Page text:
I have been researching my family tree for the past 13 years. I got started soon after my first daughter was born. I was newly separated from the Air Force and staying at home with my baby. I felt like I needed a bit of intellectual stimulation and genealogy gave that to me. I have continued my research throughout the years and currently blog about my finds at Climbing My Family Tree.
There are many reasons you might want to get started in researching your family tree:
- finding out what your ethnic background is
- learning your family’s place in history
- being able to connect with living relatives
- wanting to know your family’s health history
- it’s fun!!
- Get a box or filing cabinet and start a filing system for all of the documents you collect. I can’t emphasize enough how important this is. Trust me. I have a couple of boxes full of unfiled documents that are haunting me right now.
- Learn how to correctly cite your sources. You want to be able to cite everything you find correctly, so that other researchers and your descendants can see where you got your information.
- Get a genealogy program for your computer. This is the easiest way to keep all of your information organized. There are many programs to choose from, and even a couple simple ones that are free to download.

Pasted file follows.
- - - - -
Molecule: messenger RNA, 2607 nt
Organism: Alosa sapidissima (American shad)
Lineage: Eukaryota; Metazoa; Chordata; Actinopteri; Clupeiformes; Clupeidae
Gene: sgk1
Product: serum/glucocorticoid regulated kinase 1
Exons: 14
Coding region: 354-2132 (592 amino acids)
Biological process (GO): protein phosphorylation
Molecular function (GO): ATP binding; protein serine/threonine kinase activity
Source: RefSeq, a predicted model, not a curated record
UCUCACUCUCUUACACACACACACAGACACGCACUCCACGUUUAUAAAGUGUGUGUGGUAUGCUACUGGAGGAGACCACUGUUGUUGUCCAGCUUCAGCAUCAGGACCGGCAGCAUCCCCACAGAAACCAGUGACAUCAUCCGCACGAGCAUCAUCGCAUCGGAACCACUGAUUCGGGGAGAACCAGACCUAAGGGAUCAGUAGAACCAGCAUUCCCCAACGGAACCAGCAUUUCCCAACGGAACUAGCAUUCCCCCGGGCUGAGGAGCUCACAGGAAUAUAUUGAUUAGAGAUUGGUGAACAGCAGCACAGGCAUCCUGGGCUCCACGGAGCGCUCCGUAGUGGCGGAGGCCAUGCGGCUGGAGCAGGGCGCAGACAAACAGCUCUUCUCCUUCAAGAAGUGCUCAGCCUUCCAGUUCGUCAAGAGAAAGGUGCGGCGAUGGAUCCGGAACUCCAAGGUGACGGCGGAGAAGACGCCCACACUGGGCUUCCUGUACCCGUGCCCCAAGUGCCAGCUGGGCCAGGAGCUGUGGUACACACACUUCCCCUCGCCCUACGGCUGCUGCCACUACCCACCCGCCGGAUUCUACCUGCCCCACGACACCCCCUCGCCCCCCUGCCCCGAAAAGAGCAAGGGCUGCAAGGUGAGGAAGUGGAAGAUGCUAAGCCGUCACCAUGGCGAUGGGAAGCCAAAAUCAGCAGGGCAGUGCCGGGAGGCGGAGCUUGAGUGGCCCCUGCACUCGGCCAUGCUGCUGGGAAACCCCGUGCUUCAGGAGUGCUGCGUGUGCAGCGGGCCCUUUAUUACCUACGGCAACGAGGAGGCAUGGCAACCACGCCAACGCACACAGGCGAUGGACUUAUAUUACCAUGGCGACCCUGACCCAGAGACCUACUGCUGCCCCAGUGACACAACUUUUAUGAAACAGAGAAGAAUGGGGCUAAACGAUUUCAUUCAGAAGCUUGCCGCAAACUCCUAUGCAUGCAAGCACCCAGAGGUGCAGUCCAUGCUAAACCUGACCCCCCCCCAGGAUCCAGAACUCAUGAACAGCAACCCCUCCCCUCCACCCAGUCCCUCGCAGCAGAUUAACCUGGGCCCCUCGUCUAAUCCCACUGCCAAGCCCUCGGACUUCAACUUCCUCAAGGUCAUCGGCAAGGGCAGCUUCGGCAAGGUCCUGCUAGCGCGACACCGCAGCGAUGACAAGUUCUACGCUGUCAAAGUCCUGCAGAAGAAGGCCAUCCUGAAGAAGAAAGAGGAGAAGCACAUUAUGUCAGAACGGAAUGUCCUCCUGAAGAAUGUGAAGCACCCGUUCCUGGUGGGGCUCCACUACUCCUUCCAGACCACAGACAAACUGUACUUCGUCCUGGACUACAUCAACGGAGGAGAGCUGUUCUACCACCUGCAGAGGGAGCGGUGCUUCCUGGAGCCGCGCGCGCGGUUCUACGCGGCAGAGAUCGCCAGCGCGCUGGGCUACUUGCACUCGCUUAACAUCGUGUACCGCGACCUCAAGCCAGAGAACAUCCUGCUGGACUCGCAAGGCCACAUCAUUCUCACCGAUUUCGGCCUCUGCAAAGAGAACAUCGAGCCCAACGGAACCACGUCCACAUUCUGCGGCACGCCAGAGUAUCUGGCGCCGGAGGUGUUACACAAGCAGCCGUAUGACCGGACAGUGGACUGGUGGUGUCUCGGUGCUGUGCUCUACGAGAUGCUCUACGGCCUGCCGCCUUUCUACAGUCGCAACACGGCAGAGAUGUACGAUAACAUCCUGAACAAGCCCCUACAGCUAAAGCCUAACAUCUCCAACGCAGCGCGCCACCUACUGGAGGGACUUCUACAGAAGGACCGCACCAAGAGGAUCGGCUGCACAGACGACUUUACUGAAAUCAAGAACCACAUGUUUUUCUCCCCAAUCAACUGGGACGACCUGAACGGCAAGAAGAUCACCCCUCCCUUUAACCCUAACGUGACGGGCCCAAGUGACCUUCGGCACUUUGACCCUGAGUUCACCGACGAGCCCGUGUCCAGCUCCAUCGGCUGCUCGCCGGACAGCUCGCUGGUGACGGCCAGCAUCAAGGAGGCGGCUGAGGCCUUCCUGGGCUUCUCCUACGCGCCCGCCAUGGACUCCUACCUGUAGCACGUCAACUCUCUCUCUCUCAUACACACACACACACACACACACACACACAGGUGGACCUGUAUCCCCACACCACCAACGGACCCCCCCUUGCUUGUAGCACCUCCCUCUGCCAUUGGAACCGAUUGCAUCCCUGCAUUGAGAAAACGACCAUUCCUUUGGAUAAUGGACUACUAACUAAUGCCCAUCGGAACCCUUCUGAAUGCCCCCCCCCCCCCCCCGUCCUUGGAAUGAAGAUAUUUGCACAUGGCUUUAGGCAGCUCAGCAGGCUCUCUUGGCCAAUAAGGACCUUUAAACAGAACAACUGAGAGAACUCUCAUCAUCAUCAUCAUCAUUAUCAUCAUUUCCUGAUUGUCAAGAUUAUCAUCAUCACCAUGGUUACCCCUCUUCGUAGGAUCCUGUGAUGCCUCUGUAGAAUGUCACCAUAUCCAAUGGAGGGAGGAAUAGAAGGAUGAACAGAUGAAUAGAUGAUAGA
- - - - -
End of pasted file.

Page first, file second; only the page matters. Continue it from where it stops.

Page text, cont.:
What do you already know?
- Always start from the known to the unknown. Don’t search for every Smith family that lives in Virginia (at least not to begin with – you may need to do that later after exhausting all other avenues).
- Start by entering information on your immediate family.
- Look in your home for old documents, newspaper clippings, pictures, family heirlooms, Bibles, and letters for clues.
- Get in contact with your parents, grandparents, or other older relatives who may have information or documents for you.
- Ask if anyone in the family has already started doing research. They may be able to get you started!
- Find out about your relatives’ lives and record their stories for future generations. Also ask them about family stories they may have heard about their parents or grandparents.
Types of Resources to Use (definitely not all, but some of the major ones):
- Vital Records – Births, Marriages, Deaths
- Census Records
- Newspapers: Articles and Obituaries
- Probate Records and Wills
- Land Records
- Church and Parish Records
- County and Family Histories
- Immigration Records
- Cemeteries and Cemetery Records
- Military Records: Pensions, Services Records, Draft Registration
- Old Pictures
- Interviewing relatives
Great Genealogy Websites:
- Family Search (FREE!!)
- Ancestry (subscription)
- Genealogy Bank (subscription)
- National Archives
- USGenWeb (FREE)
- Find a Grave (FREE)
- Google and Mocavo search engines
- National Genealogical Society
- Geneabloggers (listing of genealogy blogs)
- Family Tree DNA
- Legacy Family Tree (software)
- Roots Magic (software)
On site research (not everything can be done online!):
Furthering your Genealogy Education:
- Family Search Wiki and Courses
- Local Genealogy Society Meetings
- Webinars and Podcasts
- Books and Magazines